Letter from Dorset

20070617owh[1]How to be civil and survive

By Alan Tristram in Dorset

Driving along the winding rural lanes of England can be a challenge.

Often there isn’t room for another car to pass comfortably — let alone the occasional flock of Dorsetshire sheep.

In New Zealand, this could be a  recipe for disaster with the local hoons and  macho drivers who make it a point of honour never to back down, or back up. Here, though, an English sense of courtesy still miraculously survives.

Fellow drivers give way graciously. On the lanes around our base in Toller Porcorum two cars cannot pass comfortably, so one or the other has to pull over, or back up.

No problem. An innate courtesy is the rule of the road here.

It’s the same on the open road. Drivers at roundabouts, and on main roads, will usually make way and let you enter the stream of traffic,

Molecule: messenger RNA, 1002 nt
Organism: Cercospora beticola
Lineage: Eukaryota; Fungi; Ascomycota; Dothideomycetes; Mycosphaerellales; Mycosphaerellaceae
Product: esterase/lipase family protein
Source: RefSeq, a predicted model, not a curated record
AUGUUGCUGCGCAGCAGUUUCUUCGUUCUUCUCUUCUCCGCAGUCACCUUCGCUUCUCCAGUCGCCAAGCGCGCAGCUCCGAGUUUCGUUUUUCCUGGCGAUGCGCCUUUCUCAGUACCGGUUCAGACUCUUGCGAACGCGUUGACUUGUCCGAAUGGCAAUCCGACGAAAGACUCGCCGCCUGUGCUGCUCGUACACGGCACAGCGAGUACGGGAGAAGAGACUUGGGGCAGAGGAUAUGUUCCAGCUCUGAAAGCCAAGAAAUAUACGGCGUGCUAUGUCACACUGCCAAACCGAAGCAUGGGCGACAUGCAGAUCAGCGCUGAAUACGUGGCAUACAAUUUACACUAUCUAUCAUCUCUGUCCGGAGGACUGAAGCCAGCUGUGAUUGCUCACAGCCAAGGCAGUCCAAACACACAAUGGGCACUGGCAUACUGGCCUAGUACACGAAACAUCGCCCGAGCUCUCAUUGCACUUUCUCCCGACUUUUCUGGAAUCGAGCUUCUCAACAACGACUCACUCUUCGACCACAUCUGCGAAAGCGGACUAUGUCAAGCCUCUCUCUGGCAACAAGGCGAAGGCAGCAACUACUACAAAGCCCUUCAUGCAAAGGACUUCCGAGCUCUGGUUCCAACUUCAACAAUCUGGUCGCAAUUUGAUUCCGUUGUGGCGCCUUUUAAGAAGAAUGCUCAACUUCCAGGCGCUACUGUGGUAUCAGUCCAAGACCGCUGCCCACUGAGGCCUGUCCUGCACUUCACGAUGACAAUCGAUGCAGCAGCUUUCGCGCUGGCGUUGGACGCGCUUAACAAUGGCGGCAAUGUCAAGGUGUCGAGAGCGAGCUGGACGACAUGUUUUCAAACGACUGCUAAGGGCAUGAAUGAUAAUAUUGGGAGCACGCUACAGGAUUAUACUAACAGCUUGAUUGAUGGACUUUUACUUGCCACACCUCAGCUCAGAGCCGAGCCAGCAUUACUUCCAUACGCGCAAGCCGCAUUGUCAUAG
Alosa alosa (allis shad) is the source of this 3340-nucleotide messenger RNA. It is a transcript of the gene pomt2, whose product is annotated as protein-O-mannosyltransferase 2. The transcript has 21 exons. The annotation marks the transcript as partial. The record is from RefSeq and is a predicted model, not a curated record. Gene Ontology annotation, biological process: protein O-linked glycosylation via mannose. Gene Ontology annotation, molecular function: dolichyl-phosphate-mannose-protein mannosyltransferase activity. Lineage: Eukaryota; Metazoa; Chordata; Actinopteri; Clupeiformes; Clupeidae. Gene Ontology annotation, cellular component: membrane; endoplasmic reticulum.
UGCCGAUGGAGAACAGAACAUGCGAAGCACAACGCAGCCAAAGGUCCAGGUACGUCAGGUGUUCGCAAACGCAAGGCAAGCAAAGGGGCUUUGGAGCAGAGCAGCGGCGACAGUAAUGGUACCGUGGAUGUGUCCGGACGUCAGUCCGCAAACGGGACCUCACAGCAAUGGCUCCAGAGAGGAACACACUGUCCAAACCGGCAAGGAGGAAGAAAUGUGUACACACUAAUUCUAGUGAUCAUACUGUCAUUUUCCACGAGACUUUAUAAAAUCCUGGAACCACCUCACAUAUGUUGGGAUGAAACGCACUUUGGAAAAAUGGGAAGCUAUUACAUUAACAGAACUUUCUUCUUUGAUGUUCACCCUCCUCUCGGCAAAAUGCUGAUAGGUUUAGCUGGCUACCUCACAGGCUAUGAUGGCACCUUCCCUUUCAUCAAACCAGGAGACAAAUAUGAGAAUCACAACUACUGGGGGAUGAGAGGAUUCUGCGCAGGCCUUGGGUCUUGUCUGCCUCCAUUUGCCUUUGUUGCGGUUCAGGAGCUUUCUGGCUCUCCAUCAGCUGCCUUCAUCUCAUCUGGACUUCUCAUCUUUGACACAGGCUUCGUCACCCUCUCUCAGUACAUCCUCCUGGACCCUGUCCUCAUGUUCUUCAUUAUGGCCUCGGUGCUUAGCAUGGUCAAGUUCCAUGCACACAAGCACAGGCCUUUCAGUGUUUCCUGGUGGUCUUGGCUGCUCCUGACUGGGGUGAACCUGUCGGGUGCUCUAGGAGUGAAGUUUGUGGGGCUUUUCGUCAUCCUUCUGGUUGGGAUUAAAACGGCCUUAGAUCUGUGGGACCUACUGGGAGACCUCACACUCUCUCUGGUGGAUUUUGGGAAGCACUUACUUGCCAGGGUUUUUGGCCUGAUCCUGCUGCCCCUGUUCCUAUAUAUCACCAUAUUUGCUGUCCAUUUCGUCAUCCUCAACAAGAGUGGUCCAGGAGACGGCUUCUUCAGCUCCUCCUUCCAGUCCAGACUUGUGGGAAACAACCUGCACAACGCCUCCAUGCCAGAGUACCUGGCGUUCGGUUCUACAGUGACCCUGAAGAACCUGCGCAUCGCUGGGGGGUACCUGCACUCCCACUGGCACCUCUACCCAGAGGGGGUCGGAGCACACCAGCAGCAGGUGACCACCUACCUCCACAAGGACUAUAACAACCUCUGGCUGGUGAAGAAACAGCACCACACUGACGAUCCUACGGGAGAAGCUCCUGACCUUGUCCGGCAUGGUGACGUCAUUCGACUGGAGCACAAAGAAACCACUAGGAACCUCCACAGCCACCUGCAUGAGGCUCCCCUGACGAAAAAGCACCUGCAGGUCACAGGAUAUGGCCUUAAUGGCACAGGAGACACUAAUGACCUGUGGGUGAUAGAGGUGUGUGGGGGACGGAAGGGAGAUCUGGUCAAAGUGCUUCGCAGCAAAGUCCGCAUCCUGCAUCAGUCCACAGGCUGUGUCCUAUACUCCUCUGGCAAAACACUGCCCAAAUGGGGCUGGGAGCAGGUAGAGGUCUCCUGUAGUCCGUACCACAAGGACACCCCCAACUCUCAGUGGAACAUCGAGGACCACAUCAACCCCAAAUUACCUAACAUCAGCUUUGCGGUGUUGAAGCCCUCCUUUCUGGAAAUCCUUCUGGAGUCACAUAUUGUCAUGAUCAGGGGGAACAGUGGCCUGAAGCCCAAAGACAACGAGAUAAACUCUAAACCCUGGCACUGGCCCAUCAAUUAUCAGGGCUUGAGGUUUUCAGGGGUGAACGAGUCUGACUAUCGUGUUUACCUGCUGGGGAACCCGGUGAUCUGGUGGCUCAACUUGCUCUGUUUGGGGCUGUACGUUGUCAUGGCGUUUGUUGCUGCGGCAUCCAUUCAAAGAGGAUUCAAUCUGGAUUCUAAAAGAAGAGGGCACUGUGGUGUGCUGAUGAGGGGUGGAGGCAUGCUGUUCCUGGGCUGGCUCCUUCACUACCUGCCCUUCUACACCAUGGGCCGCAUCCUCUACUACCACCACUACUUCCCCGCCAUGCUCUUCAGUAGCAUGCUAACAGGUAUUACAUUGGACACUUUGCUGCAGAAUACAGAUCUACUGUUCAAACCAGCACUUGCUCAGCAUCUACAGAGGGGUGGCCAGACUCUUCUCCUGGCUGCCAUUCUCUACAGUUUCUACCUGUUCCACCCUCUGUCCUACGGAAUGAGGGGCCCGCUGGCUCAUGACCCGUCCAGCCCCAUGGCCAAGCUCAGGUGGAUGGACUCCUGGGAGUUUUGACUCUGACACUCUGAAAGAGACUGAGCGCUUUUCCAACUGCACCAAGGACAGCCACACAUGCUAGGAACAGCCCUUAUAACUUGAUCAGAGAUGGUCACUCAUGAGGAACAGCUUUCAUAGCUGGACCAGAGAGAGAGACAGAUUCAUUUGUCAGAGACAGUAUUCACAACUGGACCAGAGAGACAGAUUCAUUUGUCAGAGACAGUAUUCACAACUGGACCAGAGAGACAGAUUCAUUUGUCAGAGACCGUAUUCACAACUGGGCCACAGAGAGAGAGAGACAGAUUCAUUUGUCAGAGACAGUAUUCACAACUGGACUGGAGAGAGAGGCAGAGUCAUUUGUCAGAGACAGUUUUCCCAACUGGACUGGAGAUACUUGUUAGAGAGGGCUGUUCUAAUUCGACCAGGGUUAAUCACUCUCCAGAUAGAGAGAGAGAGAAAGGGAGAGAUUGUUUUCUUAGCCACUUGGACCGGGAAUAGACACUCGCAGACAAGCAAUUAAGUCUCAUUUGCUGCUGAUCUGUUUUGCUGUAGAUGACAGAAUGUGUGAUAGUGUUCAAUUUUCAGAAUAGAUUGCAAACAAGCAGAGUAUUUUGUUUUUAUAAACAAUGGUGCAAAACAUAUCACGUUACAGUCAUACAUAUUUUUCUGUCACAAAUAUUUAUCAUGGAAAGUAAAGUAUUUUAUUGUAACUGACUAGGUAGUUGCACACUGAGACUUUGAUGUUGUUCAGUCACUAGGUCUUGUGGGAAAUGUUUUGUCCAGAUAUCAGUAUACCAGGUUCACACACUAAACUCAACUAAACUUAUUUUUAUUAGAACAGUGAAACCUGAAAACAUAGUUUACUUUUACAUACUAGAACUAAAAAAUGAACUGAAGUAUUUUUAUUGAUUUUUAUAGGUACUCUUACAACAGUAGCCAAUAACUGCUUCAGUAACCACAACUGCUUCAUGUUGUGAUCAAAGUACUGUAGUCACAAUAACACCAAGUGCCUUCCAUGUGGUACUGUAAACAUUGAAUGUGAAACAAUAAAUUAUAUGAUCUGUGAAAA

Try this at the Basin Reserve in Wellington and you might end up dented, abused or shocked — might is usually right in NZ traffic.

Perhaps this is why New Zealand’s road fatalities, per head of population, are so much worse than Britain’s.

Other charming things can happen too. Today on Eggardon Hill, a chap in a very flash Audi pulled up suddenly opposite our car, after I had parked it rather untidily on the side of the lane.

I thought I might be in for a lecture until he leaned out the window and said:

‘Keep an eye out for an Adonis Blue…. they’re hatching round here now!’

Apparently, these butterflies are rare, but you’ll agree they’re worth driving a long way down winding country lanes to catch a sight of…

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